Twice a small band of protesters attempted to light an American flag on fire during demonstrations against police brutality on Sunday in downtown Spokane.
And twice fellow demonstrators stamped out the flames.
The protest against police brutality had started to thin out Sunday evening, leaving a group of a couple of hundred protesters standing in the entrance of Riverfront Park, when a white man walked out from the crowd and started burning an American flag.
That’s when Lysa Cole, a young Black woman in a hoodie and sweatpants, walked up, stomped out the fire, and took away the flag.
“I was just hurt because people worked hard for that flag,” said Cole, 20.
Cole’s father served in the military and her brother is currently in the service, so she said she has a special appreciation for their sacrifice.
“With us protesting for Black Lives Matter, we’re not standing up against America, we’re standing up for what America can be,” Cole said.
The men didn’t seem happy when Cole took away the flag. They swore at her and said she was taking their property.
“If it was your property, you wouldn’t be destroying it,” Cole responded.
After the incident, Cole didn’t feel like continuing to protest and decided to head home.
Just a few minutes later, it was the same scene. This time, the same men were burning a piece of fabric with multiple American flags printed on it.
Simone Richardson walked out and stopped them.
Richardson had been chatting with her friend Cole when she initially intervened. Her friend had left before the second flag burning.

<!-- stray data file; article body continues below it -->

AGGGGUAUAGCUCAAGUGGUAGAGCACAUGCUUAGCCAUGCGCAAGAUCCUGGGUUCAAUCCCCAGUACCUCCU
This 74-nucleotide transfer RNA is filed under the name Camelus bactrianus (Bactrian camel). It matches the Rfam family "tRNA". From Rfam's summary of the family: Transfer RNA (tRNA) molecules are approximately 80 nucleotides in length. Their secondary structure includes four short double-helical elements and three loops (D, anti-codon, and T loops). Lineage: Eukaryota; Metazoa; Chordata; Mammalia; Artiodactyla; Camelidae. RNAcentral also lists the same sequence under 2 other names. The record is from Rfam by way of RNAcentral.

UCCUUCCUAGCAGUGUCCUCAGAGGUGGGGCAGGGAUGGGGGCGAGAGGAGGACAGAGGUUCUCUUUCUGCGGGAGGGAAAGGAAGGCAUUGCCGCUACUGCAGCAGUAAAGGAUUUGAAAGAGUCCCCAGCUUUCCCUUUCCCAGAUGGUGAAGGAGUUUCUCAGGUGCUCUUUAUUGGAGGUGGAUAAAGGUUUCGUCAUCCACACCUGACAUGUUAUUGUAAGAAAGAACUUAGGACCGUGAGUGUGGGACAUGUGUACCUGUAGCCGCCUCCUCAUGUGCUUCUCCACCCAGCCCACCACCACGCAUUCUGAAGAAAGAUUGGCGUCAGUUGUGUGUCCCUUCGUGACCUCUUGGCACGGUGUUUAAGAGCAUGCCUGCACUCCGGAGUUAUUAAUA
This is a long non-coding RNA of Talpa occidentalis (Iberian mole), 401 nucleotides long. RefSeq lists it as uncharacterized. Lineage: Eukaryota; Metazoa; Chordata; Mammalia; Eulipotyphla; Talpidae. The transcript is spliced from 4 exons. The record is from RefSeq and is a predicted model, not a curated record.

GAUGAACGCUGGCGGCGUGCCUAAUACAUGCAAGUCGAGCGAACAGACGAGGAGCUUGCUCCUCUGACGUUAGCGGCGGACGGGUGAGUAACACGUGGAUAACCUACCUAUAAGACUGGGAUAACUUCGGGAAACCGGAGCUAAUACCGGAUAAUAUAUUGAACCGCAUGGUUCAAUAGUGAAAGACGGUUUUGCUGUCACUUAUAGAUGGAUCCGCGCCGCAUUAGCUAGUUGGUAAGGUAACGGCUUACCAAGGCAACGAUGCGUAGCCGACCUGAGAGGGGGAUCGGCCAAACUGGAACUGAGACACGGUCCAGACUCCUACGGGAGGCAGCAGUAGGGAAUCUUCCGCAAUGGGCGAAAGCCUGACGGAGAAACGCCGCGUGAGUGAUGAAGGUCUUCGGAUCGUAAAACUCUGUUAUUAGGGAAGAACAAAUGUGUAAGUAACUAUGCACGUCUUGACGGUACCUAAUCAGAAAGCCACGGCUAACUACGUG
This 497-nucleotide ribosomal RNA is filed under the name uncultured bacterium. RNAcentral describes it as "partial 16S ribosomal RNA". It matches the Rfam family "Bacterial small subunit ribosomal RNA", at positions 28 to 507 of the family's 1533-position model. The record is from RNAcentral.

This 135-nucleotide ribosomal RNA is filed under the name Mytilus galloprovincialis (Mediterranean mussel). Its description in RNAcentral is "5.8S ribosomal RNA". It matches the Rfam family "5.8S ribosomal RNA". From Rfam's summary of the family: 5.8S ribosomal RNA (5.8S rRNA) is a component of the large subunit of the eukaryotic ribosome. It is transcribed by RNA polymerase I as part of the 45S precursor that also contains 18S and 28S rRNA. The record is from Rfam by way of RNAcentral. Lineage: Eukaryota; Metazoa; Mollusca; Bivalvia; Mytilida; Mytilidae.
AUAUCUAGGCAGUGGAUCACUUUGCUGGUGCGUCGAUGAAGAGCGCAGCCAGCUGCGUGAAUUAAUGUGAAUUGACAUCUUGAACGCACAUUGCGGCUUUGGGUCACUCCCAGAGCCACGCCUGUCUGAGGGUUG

“I got the second flag. and told them ‘Don’t burn it!’,” Richardson said. “That’s not what this protest is about.”
A few minutes later, the man who burned the flag walked up to Richardson and apologized.
“We got each other’s different perspectives,” Richardson said.
The pair respectfully talked it out.
“We shook hands and just went the opposite way,” Richardson said.
Richardson, 19, recently graduated from high school and plans to attend Spokane Falls Community College next year. She wants to become a lawyer to help people who are wrongfully convicted through the appeals process.
Richardson said she and the flag burner just have different perspectives on the importance of the flag.
“He understands where I’m coming from, and he just doesn’t think we should be respectful of the flag because it’s just a symbol,” Richardson said.
But Richardson said she feels like there are so many people who died for that symbol.
“I think that we should at least respect it, because it’s our way of giving back,” Richardson said.
Cole hadn’t heard about the man’s apology to Richardson, until asked about it by The Spokesman-Review late Sunday night.
“That’s so good,” Cole said.
The apology affirmed that Cole stood up for what was right, she said.
“It just really confirms that standing up in the face of injustice really makes an impact,” Cole said.”This positive thing was reinforced.”
Cole attended Whitworth University last year and planned to study psychology and pre-law before having to take a year off to save money. She now works as a special needs caregiver, but hopes to go back to school and become a lawyer.
Her ultimate goal is to help change laws to protect victims of human trafficking.
“There’s not a lot of laws that benefit them,” Cole said.
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